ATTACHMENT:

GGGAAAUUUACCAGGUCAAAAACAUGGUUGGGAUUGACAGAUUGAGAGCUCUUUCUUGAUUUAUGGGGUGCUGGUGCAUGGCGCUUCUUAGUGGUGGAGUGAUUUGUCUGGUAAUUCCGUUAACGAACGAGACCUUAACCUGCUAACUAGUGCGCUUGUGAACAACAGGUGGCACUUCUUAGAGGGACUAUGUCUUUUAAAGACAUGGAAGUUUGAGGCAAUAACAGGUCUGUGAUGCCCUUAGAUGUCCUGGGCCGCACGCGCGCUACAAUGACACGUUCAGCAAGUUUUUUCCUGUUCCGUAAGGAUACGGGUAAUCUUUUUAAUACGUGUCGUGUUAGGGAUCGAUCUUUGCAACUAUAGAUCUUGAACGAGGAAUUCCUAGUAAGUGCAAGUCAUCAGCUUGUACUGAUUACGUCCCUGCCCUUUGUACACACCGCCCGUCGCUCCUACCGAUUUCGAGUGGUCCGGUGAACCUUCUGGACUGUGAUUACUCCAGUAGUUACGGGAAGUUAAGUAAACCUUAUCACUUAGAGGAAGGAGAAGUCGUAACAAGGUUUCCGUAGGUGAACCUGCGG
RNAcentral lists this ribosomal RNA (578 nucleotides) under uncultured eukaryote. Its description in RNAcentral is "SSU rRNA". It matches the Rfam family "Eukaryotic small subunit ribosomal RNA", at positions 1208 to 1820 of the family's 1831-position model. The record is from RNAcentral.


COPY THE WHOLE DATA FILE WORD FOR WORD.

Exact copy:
GGGAAAUUUACCAGGUCAAAAACAUGGUUGGGAUUGACAGAUUGAGAGCUCUUUCUUGAUUUAUGGGGUGCUGGUGCAUGGCGCUUCUUAGUGGUGGAGUGAUUUGUCUGGUAAUUCCGUUAACGAACGAGACCUUAACCUGCUAACUAGUGCGCUUGUGAACAACAGGUGGCACUUCUUAGAGGGACUAUGUCUUUUAAAGACAUGGAAGUUUGAGGCAAUAACAGGUCUGUGAUGCCCUUAGAUGUCCUGGGCCGCACGCGCGCUACAAUGACACGUUCAGCAAGUUUUUUCCUGUUCCGUAAGGAUACGGGUAAUCUUUUUAAUACGUGUCGUGUUAGGGAUCGAUCUUUGCAACUAUAGAUCUUGAACGAGGAAUUCCUAGUAAGUGCAAGUCAUCAGCUUGUACUGAUUACGUCCCUGCCCUUUGUACACACCGCCCGUCGCUCCUACCGAUUUCGAGUGGUCCGGUGAACCUUCUGGACUGUGAUUACUCCAGUAGUUACGGGAAGUUAAGUAAACCUUAUCACUUAGAGGAAGGAGAAGUCGUAACAAGGUUUCCGUAGGUGAACCUGCGG
RNAcentral lists this ribosomal RNA (578 nucleotides) under uncultured eukaryote. Its description in RNAcentral is "SSU rRNA". It matches the Rfam family "Eukaryotic small subunit ribosomal RNA", at positions 1208 to 1820 of the family's 1831-position model. The record is from RNAcentral.